A universal flu vaccine that could prevent a potential influenza pandemic has been a holy grail for epidemiologists around the world ever since the first flu vaccines were developed in 1938.
Now, an international team of researchers from the University of Michigan, the Icahn School of Medicine at Mount Sinai and other institutions believe they could bring the scientific community a step closer to developing one after proving that targeting a specific area of the flu virus does protect humans.
“Our research is the first to demonstrate that scientists are right in attempting to develop antibodies that target this specific location as a novel universal influenza virus vaccine candidate,” said Dr. Aubree Gordon, a professor of epidemiology at the University of Michigan School of Public Health. “This study addresses an important gap and provides information to support the further development of novel influenza virus vaccines.”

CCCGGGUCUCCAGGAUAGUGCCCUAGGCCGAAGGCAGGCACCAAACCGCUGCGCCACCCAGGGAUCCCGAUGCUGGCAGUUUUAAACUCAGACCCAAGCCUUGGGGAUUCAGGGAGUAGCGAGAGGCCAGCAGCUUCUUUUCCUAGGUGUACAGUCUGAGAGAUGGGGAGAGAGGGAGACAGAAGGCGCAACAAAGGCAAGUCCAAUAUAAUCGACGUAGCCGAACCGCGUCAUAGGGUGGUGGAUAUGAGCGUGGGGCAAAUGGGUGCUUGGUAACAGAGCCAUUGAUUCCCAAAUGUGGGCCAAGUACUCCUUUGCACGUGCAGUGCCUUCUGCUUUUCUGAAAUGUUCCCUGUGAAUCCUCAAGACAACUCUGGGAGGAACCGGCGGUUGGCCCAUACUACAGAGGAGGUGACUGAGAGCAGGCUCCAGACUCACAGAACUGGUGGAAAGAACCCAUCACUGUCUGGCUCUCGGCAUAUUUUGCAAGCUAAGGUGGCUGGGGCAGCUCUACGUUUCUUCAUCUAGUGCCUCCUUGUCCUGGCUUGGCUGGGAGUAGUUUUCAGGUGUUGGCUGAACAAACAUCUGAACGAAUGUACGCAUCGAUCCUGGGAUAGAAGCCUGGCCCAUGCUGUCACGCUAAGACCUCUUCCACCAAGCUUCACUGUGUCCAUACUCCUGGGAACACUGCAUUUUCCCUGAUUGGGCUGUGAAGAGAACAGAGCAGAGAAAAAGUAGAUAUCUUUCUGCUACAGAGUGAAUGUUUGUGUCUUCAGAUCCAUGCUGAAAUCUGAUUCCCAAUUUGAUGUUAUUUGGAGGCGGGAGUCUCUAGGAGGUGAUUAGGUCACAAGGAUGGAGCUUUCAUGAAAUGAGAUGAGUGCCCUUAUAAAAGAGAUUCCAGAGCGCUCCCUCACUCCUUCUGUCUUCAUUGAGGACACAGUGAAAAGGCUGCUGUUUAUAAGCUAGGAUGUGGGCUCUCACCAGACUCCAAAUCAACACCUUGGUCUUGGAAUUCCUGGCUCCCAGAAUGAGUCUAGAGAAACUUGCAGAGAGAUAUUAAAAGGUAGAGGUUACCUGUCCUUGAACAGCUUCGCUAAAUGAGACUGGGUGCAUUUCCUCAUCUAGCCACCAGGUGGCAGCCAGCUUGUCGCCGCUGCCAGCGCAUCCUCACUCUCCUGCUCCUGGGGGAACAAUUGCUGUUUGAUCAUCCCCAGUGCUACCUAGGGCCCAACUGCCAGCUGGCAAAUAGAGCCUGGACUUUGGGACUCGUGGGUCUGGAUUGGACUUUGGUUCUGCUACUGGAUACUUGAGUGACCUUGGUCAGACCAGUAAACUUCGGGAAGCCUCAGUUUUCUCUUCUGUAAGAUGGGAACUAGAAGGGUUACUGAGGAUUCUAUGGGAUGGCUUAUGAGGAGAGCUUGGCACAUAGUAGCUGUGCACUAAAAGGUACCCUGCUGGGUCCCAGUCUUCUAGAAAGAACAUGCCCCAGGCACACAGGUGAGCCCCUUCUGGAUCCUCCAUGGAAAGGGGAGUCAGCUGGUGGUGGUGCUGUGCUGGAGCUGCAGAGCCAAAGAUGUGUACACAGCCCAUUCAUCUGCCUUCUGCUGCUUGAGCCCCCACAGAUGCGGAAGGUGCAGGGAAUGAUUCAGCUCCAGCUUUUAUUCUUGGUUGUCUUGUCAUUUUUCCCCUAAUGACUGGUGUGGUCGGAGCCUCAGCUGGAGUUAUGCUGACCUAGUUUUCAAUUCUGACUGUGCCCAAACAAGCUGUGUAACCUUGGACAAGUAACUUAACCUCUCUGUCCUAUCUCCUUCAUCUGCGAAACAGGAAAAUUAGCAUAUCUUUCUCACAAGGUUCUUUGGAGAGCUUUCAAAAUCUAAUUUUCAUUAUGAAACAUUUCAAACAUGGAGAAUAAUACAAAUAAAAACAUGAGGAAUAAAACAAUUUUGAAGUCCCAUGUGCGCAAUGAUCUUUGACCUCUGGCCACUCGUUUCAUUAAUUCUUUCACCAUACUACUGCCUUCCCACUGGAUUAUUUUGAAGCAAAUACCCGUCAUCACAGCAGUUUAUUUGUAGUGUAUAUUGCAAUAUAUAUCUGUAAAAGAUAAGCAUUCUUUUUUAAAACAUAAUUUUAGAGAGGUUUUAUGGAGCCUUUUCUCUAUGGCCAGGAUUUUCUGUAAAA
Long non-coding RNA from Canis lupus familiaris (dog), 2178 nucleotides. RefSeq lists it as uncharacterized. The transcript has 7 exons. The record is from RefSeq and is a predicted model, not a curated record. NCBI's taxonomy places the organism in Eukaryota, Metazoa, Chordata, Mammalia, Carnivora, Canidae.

Co-author Dr. Florian Krammer, professor of microbiology at the Icahn School of Medicine at Mount Sinai where the analysis of the data took place, said the study shows that antibodies that target the conserved stalk can provide protection from natural infection with H1N1 virus.
“While there are caveats and further studies needed, this is good news for the development of stalk-based universal influenza virus vaccines,” he said. “It seems we are on the right track.”Friday Letter Submission